Once oath points are used they are gone forever - though players can of course trade in more improvement/fate points to gain additional oath points (or indeed to swear a new oath*) when they become available.
So, if we stick with the previous example (where a character with 3 oath points has sworn to slay beastlings wherever he/she finds them), that character may utilise his/her oath points to increase the degree of success of three separate skill tests by one step (or one skill test by two steps) - so long as those skills pertain to the combating and tracking of beastlings.
As you can see, oath points not only grant characters a substantial boost to certain actions when they need them most, but they may also inspire moments of great role-playing as players strive to act in accordance with the oaths that their characters have sworn. On the other hand, the regular loss of improvement/fate points can be somewhat detrimental to the advancement of the character in the long run, if that character becomes obsessed with fulfilling his/her oath.
The following (optional) rules introduce a simple game mechanic for the Age of Shadow RPG that will allow GMs to add meaningful oaths (with in-game advantages and drawbacks) into their adventures and campaigns. However, before any character is allowed to take an oath, the GM will usually insist that their be an actual in-game (role-playing) reason for a character to do so.
For example, if we assume that a character has witnessed several atrocities performed by the servants of the enemy, then that character might well decide to swear an oath to hunt down and slay beastlings wherever he/she finds them.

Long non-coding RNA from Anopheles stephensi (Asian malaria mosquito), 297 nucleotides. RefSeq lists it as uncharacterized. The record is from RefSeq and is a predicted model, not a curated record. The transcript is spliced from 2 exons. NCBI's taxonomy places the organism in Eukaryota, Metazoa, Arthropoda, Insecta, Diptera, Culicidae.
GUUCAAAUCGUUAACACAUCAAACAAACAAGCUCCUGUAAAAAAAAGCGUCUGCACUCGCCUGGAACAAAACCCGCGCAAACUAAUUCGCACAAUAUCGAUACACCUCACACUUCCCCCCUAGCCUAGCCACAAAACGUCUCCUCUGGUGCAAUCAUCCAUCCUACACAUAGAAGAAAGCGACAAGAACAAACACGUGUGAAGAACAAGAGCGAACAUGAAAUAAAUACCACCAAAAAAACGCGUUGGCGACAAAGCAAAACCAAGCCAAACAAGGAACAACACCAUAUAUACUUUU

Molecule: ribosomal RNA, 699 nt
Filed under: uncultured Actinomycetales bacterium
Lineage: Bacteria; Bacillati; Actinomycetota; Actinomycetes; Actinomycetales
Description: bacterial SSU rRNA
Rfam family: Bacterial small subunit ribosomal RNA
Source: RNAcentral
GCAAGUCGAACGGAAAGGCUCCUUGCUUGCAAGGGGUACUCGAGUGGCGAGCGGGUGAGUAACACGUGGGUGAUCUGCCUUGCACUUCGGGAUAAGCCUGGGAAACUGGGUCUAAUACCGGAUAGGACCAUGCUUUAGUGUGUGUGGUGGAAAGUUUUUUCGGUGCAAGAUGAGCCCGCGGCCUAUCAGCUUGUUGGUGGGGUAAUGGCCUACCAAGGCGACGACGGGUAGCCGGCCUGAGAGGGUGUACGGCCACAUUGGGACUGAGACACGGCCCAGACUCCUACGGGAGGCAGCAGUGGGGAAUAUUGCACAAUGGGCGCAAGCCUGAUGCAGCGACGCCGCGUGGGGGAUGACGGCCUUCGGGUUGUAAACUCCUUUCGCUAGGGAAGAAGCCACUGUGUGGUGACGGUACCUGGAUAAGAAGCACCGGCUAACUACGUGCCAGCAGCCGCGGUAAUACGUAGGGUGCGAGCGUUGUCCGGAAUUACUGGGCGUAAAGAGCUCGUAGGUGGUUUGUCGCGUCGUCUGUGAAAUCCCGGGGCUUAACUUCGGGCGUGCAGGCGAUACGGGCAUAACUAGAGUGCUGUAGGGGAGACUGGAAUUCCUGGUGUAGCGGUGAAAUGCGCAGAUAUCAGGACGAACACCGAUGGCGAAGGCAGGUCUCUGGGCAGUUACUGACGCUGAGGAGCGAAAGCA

Taking an Oath
When a character takes an oath he/she gains the option of trading improvement points and/or fate points for oath points (note that this may be done when the oath is actually sworn, or any time thereafter - assuming that the oath has not been fulfilled). Each improvement/fate point is traded on a one for one basis (so trading 2 improvement points and 1 fate point gives the player a pool of 3 oath points), though no character may accumulate more than 3 oath points for a particular oath at any one time.
Note that in most cases improvement/fate points should be converted into oath points well in advance of them being used as such (usually at the beginning of a game session), and that a character with a store of fate points, for example, cannot spontaneously convert them into oath points at a moments notice.
Over the next week or so I was thinking of posting my notes for some experimental (and purely optional) rules for the Age of Shadow RPG.
The rules themselves concern the taking and breaking of oaths, and attempt to put a simple (and reasonably sensible) game mechanic behind them - thus allowing characters to be a little more effective when pursuing their ultimate goal(s) (though this will not be without cost) ...and maybe even inspire a few moments of great roleplaying.